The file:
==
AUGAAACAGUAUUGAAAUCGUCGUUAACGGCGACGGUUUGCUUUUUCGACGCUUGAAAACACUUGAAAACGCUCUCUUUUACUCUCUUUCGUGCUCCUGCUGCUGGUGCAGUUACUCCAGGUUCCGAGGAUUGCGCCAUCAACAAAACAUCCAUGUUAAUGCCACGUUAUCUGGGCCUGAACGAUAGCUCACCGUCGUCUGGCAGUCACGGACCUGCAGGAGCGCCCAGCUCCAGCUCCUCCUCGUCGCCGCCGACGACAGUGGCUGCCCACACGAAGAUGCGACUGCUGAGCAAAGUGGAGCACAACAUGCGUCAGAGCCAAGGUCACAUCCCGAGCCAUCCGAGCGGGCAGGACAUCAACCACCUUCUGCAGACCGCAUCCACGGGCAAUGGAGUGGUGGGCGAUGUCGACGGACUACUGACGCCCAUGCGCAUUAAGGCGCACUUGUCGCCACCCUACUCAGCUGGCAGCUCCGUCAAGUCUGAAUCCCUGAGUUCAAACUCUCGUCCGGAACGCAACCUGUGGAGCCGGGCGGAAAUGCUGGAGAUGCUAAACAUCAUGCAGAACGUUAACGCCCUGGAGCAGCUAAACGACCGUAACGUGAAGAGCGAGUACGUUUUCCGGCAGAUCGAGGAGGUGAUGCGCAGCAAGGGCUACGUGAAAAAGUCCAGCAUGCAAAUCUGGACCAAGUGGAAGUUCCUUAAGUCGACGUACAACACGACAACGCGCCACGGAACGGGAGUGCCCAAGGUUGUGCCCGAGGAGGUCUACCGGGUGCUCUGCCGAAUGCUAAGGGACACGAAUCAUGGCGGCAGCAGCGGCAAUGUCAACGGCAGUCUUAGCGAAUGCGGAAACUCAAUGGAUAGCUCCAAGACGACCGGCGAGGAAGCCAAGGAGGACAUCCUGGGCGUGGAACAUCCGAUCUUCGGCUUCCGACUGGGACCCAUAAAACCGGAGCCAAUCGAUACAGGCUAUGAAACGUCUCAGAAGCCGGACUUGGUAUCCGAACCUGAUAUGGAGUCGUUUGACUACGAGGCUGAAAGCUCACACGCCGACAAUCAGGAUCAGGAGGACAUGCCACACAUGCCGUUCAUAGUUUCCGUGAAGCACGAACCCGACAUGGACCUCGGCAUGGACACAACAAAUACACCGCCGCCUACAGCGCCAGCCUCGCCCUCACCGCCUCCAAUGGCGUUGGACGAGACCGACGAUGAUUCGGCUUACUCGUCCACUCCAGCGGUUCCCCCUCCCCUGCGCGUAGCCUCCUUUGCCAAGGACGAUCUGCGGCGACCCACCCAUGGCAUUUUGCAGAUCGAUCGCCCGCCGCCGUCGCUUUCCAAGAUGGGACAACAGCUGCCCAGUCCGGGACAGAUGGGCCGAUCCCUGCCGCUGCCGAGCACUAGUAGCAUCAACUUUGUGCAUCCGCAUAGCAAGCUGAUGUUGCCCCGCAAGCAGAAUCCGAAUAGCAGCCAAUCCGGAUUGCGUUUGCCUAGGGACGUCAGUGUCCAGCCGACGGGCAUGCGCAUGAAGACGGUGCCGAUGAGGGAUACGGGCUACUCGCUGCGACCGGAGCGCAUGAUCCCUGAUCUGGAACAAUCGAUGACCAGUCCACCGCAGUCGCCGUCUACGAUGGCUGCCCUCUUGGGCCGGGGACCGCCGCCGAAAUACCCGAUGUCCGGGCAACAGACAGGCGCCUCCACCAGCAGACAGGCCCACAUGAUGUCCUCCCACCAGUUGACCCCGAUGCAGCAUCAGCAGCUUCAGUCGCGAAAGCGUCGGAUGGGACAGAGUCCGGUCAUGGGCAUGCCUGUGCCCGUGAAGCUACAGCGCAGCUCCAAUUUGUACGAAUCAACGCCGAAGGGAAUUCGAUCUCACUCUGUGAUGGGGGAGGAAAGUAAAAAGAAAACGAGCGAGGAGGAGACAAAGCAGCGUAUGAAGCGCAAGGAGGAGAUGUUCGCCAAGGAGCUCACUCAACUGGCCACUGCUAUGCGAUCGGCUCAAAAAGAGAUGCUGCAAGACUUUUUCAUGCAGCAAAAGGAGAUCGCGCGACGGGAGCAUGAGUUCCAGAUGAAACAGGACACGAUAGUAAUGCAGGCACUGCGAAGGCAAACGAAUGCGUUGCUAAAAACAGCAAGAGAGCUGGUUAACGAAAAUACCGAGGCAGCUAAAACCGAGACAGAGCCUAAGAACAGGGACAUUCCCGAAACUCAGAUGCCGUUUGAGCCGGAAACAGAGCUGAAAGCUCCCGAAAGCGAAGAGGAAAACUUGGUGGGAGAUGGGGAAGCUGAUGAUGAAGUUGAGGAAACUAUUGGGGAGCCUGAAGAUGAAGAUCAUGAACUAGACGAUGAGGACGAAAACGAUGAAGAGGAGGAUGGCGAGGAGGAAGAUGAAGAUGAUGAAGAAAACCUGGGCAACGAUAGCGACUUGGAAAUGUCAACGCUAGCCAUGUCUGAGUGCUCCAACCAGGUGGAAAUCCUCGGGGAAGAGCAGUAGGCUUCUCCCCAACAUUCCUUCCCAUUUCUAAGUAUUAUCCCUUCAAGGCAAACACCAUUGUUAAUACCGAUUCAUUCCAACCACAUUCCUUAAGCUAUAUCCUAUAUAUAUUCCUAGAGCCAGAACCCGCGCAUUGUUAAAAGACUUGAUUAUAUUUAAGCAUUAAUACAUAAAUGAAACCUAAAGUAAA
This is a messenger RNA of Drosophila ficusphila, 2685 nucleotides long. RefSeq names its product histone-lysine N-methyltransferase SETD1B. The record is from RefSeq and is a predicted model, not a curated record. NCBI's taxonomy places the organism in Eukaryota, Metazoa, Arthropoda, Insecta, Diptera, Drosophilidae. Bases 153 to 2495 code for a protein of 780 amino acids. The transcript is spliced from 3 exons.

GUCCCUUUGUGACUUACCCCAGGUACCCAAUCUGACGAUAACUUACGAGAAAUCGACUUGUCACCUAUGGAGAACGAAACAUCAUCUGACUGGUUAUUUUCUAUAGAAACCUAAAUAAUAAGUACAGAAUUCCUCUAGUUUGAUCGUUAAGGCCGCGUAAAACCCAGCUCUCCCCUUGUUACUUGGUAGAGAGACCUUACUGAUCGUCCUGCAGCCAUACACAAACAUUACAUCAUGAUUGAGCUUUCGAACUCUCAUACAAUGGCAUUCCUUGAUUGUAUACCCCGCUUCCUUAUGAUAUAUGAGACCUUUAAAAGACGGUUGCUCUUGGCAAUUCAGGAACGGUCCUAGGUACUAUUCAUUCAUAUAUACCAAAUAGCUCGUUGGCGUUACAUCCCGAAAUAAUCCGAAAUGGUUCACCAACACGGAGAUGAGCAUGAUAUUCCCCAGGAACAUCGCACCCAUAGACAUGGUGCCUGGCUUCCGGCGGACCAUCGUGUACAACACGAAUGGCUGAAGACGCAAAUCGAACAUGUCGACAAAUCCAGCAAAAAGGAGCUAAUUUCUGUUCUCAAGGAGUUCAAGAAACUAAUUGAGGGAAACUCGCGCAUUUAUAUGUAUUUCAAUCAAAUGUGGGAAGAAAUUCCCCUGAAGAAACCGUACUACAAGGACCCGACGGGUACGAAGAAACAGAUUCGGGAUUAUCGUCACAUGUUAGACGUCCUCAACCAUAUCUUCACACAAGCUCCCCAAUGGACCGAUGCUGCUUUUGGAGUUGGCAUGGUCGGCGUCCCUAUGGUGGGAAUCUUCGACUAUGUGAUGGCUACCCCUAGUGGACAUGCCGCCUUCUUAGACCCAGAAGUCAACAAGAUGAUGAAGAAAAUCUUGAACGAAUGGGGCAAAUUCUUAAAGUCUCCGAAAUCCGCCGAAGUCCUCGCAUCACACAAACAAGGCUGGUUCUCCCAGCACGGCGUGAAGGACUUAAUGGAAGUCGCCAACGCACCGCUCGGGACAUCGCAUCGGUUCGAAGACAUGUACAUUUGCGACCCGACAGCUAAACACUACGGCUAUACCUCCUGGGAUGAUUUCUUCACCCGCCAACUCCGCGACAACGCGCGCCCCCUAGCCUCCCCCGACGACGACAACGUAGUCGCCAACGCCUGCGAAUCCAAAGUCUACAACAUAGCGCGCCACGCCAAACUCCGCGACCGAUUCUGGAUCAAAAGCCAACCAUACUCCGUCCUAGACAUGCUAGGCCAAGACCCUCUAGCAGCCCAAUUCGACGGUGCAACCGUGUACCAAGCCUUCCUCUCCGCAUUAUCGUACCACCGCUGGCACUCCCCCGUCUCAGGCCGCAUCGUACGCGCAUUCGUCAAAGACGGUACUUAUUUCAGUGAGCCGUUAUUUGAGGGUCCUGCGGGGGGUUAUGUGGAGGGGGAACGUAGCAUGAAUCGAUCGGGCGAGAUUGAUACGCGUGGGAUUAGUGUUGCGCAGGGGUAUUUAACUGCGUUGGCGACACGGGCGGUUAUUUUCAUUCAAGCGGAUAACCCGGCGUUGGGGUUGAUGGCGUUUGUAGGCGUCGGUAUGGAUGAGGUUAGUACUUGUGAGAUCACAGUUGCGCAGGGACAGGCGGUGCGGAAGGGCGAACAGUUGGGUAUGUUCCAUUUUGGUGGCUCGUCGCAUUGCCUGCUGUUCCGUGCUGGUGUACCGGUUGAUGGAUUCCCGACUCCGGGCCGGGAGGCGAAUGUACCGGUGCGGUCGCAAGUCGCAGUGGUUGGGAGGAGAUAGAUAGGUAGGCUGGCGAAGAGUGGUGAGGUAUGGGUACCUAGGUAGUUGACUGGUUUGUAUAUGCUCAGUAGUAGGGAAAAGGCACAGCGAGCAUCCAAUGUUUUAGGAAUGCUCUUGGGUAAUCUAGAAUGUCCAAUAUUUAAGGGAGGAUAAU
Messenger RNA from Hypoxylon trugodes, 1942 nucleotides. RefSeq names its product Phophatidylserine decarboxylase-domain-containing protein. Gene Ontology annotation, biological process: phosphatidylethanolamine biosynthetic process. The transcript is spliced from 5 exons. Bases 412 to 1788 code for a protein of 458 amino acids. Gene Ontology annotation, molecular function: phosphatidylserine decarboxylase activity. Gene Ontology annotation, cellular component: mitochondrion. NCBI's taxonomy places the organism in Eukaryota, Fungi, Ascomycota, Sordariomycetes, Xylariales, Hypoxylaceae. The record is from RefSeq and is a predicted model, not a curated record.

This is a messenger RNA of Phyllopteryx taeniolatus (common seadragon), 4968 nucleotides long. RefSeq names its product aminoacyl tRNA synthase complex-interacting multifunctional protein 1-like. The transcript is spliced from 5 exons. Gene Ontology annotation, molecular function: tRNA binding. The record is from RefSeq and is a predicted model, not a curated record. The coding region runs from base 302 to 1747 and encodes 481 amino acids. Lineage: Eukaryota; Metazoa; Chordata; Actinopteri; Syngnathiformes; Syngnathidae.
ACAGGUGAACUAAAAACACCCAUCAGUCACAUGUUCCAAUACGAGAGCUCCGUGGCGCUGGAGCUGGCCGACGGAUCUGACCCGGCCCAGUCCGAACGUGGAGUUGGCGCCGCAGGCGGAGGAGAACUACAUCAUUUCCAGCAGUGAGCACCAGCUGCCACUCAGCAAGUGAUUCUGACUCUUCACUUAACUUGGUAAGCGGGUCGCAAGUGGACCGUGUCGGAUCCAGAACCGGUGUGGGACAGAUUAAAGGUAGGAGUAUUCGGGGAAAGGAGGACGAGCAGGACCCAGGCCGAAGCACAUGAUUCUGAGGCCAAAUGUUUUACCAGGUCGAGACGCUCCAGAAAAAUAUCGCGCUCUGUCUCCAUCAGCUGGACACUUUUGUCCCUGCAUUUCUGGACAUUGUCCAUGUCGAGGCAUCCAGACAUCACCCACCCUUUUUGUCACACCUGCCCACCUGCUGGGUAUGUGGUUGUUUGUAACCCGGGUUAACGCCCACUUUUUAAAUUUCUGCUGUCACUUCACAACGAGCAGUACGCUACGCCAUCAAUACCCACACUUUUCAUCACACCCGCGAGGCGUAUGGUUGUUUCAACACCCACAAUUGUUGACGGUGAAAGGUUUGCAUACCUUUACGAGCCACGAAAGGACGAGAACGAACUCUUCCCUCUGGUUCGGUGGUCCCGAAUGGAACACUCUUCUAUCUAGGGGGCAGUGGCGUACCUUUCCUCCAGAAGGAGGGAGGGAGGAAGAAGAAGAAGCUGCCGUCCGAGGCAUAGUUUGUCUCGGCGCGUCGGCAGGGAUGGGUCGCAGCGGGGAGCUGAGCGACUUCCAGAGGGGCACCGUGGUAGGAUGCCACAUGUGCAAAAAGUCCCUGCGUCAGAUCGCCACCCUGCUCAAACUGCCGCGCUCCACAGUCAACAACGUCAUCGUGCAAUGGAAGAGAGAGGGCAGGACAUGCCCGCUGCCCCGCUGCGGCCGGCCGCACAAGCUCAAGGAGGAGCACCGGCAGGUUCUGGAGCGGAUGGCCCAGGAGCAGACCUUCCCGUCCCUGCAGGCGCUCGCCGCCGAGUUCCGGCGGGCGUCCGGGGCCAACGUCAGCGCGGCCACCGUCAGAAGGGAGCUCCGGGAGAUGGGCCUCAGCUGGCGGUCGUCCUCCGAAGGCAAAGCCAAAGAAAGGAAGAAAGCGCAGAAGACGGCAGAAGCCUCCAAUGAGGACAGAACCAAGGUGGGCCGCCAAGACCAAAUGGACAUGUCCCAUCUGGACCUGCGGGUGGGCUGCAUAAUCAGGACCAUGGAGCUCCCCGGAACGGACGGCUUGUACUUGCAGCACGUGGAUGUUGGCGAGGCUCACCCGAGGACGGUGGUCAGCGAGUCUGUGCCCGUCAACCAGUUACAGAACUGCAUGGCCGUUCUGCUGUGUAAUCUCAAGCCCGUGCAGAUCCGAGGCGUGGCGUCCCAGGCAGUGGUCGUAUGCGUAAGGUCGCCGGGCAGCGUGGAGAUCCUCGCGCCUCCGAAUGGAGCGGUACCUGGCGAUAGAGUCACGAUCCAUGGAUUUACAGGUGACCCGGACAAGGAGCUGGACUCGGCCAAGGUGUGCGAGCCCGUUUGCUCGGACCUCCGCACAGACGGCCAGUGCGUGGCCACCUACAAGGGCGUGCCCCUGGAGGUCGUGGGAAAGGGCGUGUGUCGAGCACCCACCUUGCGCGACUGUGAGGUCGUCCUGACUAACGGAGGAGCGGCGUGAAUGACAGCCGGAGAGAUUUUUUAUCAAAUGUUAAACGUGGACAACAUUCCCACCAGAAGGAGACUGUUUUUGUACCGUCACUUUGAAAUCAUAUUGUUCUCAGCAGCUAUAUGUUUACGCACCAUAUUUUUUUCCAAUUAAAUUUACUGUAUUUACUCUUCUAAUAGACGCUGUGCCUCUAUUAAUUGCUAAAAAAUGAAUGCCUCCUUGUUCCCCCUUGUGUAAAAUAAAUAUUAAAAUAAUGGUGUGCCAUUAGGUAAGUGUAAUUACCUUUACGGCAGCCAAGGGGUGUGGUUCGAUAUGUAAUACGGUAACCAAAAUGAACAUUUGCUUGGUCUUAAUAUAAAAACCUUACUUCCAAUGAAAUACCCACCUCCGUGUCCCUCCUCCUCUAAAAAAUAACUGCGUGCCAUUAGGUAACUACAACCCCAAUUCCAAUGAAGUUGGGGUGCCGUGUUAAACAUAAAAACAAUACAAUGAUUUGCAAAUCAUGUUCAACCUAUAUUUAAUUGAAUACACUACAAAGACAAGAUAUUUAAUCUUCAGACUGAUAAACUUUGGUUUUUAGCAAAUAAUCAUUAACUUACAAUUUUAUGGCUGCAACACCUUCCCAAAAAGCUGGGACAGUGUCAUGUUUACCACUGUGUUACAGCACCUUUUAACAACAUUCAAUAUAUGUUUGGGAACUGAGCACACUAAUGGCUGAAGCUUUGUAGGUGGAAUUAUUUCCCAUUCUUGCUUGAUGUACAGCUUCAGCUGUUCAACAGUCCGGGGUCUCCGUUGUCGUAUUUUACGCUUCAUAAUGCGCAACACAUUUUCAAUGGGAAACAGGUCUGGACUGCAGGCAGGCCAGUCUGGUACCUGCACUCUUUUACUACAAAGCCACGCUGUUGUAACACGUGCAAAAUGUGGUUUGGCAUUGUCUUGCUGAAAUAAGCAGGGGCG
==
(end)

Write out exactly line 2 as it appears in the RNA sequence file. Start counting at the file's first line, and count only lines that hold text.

This is a messenger RNA of Drosophila ficusphila, 2685 nucleotides long. RefSeq names its product histone-lysine N-methyltransferase SETD1B. The record is from RefSeq and is a predicted model, not a curated record. NCBI's taxonomy places the organism in Eukaryota, Metazoa, Arthropoda, Insecta, Diptera, Drosophilidae. Bases 153 to 2495 code for a protein of 780 amino acids. The transcript is spliced from 3 exons.